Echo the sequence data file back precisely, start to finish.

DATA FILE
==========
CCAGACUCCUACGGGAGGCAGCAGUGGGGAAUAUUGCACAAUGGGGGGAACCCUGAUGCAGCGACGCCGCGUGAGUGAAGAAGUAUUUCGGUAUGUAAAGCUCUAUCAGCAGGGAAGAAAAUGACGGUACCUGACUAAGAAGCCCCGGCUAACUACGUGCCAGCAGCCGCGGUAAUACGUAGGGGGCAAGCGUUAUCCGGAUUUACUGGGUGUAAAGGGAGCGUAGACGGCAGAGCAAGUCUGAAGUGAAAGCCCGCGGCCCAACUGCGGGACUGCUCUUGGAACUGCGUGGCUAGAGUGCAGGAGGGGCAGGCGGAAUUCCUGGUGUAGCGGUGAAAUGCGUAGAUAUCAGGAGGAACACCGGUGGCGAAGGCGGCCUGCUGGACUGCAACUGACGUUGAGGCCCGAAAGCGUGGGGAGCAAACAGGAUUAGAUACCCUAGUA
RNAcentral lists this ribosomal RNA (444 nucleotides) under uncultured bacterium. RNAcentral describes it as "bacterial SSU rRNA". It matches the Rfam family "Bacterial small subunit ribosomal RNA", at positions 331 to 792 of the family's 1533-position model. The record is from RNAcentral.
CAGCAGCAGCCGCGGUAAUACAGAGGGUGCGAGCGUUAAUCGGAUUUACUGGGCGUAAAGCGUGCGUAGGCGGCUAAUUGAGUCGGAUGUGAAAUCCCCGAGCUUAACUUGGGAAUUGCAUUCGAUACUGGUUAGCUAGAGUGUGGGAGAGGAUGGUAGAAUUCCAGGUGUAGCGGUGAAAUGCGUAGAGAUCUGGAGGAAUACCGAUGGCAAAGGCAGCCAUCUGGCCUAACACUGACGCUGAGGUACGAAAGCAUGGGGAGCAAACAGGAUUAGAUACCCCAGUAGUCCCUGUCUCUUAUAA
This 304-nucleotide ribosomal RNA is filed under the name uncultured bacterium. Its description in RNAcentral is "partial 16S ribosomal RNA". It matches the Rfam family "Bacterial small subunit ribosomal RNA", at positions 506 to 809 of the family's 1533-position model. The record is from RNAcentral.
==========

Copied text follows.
CCAGACUCCUACGGGAGGCAGCAGUGGGGAAUAUUGCACAAUGGGGGGAACCCUGAUGCAGCGACGCCGCGUGAGUGAAGAAGUAUUUCGGUAUGUAAAGCUCUAUCAGCAGGGAAGAAAAUGACGGUACCUGACUAAGAAGCCCCGGCUAACUACGUGCCAGCAGCCGCGGUAAUACGUAGGGGGCAAGCGUUAUCCGGAUUUACUGGGUGUAAAGGGAGCGUAGACGGCAGAGCAAGUCUGAAGUGAAAGCCCGCGGCCCAACUGCGGGACUGCUCUUGGAACUGCGUGGCUAGAGUGCAGGAGGGGCAGGCGGAAUUCCUGGUGUAGCGGUGAAAUGCGUAGAUAUCAGGAGGAACACCGGUGGCGAAGGCGGCCUGCUGGACUGCAACUGACGUUGAGGCCCGAAAGCGUGGGGAGCAAACAGGAUUAGAUACCCUAGUA
RNAcentral lists this ribosomal RNA (444 nucleotides) under uncultured bacterium. RNAcentral describes it as "bacterial SSU rRNA". It matches the Rfam family "Bacterial small subunit ribosomal RNA", at positions 331 to 792 of the family's 1533-position model. The record is from RNAcentral.
CAGCAGCAGCCGCGGUAAUACAGAGGGUGCGAGCGUUAAUCGGAUUUACUGGGCGUAAAGCGUGCGUAGGCGGCUAAUUGAGUCGGAUGUGAAAUCCCCGAGCUUAACUUGGGAAUUGCAUUCGAUACUGGUUAGCUAGAGUGUGGGAGAGGAUGGUAGAAUUCCAGGUGUAGCGGUGAAAUGCGUAGAGAUCUGGAGGAAUACCGAUGGCAAAGGCAGCCAUCUGGCCUAACACUGACGCUGAGGUACGAAAGCAUGGGGAGCAAACAGGAUUAGAUACCCCAGUAGUCCCUGUCUCUUAUAA
This 304-nucleotide ribosomal RNA is filed under the name uncultured bacterium. Its description in RNAcentral is "partial 16S ribosomal RNA". It matches the Rfam family "Bacterial small subunit ribosomal RNA", at positions 506 to 809 of the family's 1533-position model. The record is from RNAcentral.